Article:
Nonfiction November: Three Women

I’m in two ways with literary blockbusters. I want to read them to know what all the buzz is about (Atwood’s Testaments) and on the other want to keep to my niche ways and go exactly where the herds are not. Lisa Taddeo’s Three Women came out already some time ago, so I didn’t exactly ride the wave this time as I finished it this weekend. Very glad I did.

There’s so much hype and reviews about this book that you barely need to read it to figure out what it is about, but do read it in any case. Three Women is a study about three (real) women and their relationships with men. Yes, revolutionarily exciting. Each relationship comes with a twist, however.

Taddeo’s point, or possibly one of them, is to illustrate the omnipresent power imbalance between men and women that kind of seeps into a relationship. This can be easily disregarded by “that’s generalisation”, I give it to you. But what Taddeo argues with her stories is that there is something systematic to this imbalance, and it usually works in the man’s favour.

When a woman embarks on a relationship with a married man, she obviously has certain agency and makes a conscious choice. This might or might not end up well, and the story is as old as history, so there are gazillion ways to turn the story. Even in the best case scenario, it is about possessing and using power. What if the woman is in fact adolescent (we might or might not want to call her a child) and the man is her teacher, married with children?

What if a married woman feels trapped in her life and wants to experiment with an extramarital affair in order to stay sane? Is the amount of judgement by her peers in any way proportionate to what goes on, especially if compared to a married man carrying out similar liaisons (see above)?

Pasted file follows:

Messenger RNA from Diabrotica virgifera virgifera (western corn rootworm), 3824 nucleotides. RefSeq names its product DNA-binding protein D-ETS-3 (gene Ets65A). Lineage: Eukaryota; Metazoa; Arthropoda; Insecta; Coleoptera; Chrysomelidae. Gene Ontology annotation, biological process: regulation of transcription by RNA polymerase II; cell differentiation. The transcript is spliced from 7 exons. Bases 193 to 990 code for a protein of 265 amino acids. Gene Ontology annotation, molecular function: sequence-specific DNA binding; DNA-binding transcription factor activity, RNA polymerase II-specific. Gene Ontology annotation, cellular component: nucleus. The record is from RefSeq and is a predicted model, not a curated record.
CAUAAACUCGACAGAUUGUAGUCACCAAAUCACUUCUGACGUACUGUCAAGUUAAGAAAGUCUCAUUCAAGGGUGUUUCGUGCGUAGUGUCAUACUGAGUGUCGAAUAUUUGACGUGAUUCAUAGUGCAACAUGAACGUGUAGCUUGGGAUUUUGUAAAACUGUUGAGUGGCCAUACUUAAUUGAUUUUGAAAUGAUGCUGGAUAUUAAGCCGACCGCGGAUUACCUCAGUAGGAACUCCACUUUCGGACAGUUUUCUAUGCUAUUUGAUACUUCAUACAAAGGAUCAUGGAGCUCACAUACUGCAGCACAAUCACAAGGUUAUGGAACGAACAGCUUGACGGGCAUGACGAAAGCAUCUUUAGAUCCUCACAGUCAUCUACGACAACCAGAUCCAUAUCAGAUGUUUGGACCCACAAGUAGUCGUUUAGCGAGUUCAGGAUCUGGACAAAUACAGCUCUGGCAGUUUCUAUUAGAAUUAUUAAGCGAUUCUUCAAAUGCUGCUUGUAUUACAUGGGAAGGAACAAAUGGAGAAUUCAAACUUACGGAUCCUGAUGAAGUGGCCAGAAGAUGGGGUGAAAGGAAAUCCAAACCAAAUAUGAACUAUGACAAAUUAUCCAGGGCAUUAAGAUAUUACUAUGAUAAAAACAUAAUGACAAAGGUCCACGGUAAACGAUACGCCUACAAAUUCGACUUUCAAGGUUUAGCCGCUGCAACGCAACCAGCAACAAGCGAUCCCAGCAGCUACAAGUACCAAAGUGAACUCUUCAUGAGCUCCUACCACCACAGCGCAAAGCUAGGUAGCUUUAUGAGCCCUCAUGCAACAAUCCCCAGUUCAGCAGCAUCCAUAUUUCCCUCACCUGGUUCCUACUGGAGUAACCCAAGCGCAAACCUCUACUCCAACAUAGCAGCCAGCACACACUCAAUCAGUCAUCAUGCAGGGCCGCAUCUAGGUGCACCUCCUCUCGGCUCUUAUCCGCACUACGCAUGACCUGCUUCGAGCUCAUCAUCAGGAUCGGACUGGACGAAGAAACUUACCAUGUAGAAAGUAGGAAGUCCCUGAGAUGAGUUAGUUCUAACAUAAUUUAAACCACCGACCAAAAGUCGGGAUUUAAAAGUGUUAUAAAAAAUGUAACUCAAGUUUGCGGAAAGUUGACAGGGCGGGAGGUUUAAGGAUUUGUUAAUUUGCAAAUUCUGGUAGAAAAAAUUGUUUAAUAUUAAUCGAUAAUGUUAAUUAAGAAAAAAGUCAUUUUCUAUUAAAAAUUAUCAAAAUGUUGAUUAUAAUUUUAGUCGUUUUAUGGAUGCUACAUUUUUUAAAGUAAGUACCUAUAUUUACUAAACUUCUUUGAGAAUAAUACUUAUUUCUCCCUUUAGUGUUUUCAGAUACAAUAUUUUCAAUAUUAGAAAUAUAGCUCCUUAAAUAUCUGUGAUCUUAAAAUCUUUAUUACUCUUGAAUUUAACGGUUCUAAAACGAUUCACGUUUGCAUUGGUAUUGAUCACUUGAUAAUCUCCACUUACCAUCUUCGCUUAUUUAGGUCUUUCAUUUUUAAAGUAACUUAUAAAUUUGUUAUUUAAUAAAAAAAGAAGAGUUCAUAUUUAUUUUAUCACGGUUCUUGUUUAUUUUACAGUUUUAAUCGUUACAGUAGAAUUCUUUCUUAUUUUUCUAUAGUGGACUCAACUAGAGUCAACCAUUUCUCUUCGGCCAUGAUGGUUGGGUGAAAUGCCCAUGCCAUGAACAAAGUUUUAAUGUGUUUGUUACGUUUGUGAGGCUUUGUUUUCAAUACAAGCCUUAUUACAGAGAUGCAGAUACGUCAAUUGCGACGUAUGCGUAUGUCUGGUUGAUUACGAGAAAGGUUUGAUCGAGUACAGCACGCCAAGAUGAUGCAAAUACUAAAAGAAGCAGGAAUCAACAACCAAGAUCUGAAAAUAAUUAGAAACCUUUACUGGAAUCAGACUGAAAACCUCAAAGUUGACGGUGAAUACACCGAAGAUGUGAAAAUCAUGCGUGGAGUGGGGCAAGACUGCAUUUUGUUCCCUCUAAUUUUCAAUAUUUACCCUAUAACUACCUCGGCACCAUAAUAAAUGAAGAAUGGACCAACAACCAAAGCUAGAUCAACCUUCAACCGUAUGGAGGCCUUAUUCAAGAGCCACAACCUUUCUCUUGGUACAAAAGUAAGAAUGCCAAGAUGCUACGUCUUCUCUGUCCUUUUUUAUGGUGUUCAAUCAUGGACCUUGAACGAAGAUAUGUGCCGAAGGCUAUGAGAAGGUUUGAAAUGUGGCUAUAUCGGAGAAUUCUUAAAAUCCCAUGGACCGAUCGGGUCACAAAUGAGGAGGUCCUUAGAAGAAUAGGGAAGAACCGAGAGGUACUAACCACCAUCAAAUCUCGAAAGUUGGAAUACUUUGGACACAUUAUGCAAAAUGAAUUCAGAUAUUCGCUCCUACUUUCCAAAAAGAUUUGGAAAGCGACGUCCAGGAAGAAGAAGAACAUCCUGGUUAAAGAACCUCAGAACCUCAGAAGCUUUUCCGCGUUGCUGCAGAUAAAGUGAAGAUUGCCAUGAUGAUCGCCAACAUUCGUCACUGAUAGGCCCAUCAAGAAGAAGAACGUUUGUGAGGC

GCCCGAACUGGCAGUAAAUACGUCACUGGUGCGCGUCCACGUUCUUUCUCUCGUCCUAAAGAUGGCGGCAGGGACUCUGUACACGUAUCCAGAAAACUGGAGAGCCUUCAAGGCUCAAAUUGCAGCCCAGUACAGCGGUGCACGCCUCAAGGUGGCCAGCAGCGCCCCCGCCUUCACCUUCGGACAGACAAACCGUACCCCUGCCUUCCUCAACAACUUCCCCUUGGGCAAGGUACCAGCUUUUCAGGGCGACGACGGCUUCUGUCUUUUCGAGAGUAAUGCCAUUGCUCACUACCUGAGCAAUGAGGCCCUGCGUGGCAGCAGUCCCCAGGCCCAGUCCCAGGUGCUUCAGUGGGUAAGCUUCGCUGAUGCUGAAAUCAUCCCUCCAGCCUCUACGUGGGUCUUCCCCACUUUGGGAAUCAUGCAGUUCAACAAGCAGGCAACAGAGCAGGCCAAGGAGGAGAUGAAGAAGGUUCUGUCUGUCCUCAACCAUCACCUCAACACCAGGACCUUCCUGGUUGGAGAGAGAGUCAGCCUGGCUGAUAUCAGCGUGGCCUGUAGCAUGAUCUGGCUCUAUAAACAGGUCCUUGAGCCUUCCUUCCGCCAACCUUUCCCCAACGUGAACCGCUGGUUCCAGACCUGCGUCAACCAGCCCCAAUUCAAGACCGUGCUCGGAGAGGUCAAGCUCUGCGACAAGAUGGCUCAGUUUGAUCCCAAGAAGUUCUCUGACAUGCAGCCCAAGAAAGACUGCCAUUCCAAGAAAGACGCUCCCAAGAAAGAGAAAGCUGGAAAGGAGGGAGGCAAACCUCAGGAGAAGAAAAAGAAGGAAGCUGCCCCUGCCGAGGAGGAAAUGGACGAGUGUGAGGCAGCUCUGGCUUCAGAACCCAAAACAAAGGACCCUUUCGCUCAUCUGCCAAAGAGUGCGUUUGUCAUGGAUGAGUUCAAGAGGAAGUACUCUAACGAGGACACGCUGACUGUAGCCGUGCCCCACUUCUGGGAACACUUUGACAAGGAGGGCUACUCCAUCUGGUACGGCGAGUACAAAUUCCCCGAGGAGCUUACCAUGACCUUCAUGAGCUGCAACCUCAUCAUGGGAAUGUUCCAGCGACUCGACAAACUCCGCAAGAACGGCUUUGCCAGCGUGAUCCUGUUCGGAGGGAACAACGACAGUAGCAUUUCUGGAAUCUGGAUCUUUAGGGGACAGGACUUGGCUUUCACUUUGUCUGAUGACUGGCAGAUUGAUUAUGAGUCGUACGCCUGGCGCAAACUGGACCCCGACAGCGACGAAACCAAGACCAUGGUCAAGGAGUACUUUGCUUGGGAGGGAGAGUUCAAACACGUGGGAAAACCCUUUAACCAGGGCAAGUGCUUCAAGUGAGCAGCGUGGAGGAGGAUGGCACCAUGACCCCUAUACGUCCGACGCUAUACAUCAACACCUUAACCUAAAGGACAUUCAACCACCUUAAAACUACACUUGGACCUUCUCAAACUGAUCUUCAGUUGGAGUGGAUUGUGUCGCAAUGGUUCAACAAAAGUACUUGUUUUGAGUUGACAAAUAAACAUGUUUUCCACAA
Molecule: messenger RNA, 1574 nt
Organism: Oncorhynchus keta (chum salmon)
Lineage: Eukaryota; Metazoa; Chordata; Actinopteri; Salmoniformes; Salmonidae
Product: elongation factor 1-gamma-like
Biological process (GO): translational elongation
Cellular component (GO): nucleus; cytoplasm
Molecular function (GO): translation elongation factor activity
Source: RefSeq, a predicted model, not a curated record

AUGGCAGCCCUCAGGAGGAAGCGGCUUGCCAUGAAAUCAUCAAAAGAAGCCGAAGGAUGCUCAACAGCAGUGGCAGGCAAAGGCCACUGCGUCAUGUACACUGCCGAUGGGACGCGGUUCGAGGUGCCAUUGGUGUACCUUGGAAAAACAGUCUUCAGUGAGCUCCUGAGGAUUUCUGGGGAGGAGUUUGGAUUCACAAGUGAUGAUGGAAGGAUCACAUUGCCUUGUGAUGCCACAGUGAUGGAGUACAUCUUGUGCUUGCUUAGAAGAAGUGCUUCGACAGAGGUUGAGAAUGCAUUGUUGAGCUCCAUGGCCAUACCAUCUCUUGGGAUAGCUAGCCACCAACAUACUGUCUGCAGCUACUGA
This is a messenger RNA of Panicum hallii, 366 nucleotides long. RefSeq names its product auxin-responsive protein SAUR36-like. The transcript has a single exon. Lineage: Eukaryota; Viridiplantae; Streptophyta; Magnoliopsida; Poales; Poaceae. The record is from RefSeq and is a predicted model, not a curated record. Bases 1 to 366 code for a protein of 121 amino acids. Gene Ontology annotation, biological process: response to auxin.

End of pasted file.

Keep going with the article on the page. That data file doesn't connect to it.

What are the limits for women, especially mothers, in wedlock, to express their sexual desires, even if they do no necessarily match with the expectations of bourgeois life? And more precisely, whose expectations of a bourgeois life?

These are the issues minutely reported in Three Women. The book is not a feminist rant, but a very educational, recognisable and eye-opening study about humanity, power, exploitation and being a woman in today’s society. The women are all based in the U.S., but their stories are universal.

Taddeo spent eight years on the road talking to the three women, their friends, relatives, lawyers and investigators, as well as going through legal documents, recordings, letters and text messages. The result is an account that points a finger without really doing it. She’s an acclaimed journalist whose long-read “Rachel Uchitel* is not a Madam” for New York Magazine is brilliant as is her fictitious piece “Last Days of Heath Ledger” for Esquire.

Three Women is not your ultimate party-prep feel good situation, but an excellent snapshot of women’s desires and the ubiquitous, weird power-games that hover over everything. Strong thumbs up for NonFiction November.

*Tiger Woods’ alleged mistress.

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